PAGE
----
Like driving and using your mobile phone, driving after you’ve been drinking is not just stupid, it’s dangerous. That may be strong language, but time and again research has shown the negative consequences, both on you and other road users, when you get the behind the wheel after a few.
Why are people so blasé about driving after drinking?
Many people – and more than you’d realise – still believe it’s okay to drive after consuming alcohol. And we don’t just mean those who are clearly wasted – we’re talking about those with just a drink or two under their belt when they decide to drive home. How often have you heard, ‘I’ve only had three beers, and it was over the course of a whole night. I can drive’? It sounds perfectly reasonable – surely if you know your own body, what the legislation says is really more a guide, right? WRONG.
The laws around driving while under the influence are there for a reason. So let’s break it down.
Why does alcohol have the effect it does on us?
Because it’s a depressant, alcohol slows down the brain and affects the body’s responses. At the same time, if you’ve been drinking, you’re more likely to take risks. Combined, these reactions increase the chance of accidents happening. Drinking impairs your senses (vision and hearing) and results in decreased muscle coordination and slower reaction times – not a good combination for driving a car.
5 physical consequences of drinking
Drinking alcohol can:
- Affect our judgement and reasoning
Your brain controls how you judge certain circumstances. When operating a motorised vehicle, your judgement skills play an important role in how you make decisions. For instance, you need to be able to foresee potential problems and make clear decisions if another vehicle cuts you off. Your judgement helps you stay alert and aware of surrounding conditions while driving.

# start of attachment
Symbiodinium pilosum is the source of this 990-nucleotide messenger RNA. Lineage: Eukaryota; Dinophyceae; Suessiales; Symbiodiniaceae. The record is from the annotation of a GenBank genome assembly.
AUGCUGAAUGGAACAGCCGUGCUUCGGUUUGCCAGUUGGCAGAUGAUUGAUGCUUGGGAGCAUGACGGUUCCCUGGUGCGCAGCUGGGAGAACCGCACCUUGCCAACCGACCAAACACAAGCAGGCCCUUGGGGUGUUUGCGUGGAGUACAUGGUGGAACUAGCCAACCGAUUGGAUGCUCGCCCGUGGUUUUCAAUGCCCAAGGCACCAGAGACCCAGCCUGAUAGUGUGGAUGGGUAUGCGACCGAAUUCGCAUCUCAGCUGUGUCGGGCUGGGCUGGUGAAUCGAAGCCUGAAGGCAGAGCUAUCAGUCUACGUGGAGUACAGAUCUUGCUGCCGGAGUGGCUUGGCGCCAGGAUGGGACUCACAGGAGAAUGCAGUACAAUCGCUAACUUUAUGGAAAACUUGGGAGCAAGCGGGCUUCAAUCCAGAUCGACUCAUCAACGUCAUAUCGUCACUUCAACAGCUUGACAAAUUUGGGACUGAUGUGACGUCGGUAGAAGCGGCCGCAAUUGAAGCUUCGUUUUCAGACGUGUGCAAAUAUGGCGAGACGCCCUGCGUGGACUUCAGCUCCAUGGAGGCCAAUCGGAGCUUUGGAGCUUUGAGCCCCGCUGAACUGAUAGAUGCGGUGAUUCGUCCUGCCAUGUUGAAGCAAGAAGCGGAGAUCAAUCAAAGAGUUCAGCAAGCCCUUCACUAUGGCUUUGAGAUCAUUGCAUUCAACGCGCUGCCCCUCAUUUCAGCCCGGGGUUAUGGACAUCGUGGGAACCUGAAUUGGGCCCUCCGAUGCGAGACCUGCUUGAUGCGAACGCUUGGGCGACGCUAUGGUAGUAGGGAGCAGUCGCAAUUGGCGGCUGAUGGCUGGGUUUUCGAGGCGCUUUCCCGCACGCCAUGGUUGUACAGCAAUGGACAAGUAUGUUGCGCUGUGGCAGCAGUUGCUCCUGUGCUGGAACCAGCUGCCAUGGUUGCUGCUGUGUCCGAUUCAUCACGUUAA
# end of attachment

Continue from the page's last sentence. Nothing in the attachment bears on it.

- Slow down our reactions
When alcohol is in your system, it affects how quickly you’re able to respond to different situations. Drinking slows your response time, which can increase the likelihood of an accident. Therefore, if the car in front of you brakes suddenly or a pedestrian crosses the street, it will take longer for your brain to process the situation and prevent an accident.
- Upset our sense of balance and coordination
Heavy drinking affects your motor skills such as eye, hand and foot coordination. Without crucial coordination skills, you may be unable to avoid an impending harmful situation. Some tell-tale signs of reduced coordination include trouble walking, swaying and an inability to stand straight. Too much alcohol can even make it difficult to get in your car and find the ignition.
- Impair our vision and hearing
Excessive alcohol consumption can negatively impact your vision. After drinking, you may notice that your vision is blurred or that you’re unable to control your eye movement. Impaired vision can affect how you judge the distance between your car and other vehicles on the road. Additionally, fewer objects may be visible within your peripheral vision, or what you can see to either side of you when looking straight ahead.